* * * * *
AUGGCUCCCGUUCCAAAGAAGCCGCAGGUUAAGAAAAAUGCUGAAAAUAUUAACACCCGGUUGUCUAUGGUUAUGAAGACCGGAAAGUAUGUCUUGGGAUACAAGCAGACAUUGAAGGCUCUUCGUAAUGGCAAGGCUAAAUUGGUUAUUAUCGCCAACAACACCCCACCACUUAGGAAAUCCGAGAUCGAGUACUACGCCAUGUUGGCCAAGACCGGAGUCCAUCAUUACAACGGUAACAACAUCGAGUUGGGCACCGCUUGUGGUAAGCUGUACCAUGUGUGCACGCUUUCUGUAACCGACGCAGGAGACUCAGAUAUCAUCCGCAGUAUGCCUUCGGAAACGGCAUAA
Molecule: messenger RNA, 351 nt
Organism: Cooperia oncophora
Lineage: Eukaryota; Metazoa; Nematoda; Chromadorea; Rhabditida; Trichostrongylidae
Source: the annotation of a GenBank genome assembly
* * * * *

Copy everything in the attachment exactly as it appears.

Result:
AUGGCUCCCGUUCCAAAGAAGCCGCAGGUUAAGAAAAAUGCUGAAAAUAUUAACACCCGGUUGUCUAUGGUUAUGAAGACCGGAAAGUAUGUCUUGGGAUACAAGCAGACAUUGAAGGCUCUUCGUAAUGGCAAGGCUAAAUUGGUUAUUAUCGCCAACAACACCCCACCACUUAGGAAAUCCGAGAUCGAGUACUACGCCAUGUUGGCCAAGACCGGAGUCCAUCAUUACAACGGUAACAACAUCGAGUUGGGCACCGCUUGUGGUAAGCUGUACCAUGUGUGCACGCUUUCUGUAACCGACGCAGGAGACUCAGAUAUCAUCCGCAGUAUGCCUUCGGAAACGGCAUAA
Molecule: messenger RNA, 351 nt
Organism: Cooperia oncophora
Lineage: Eukaryota; Metazoa; Nematoda; Chromadorea; Rhabditida; Trichostrongylidae
Source: the annotation of a GenBank genome assembly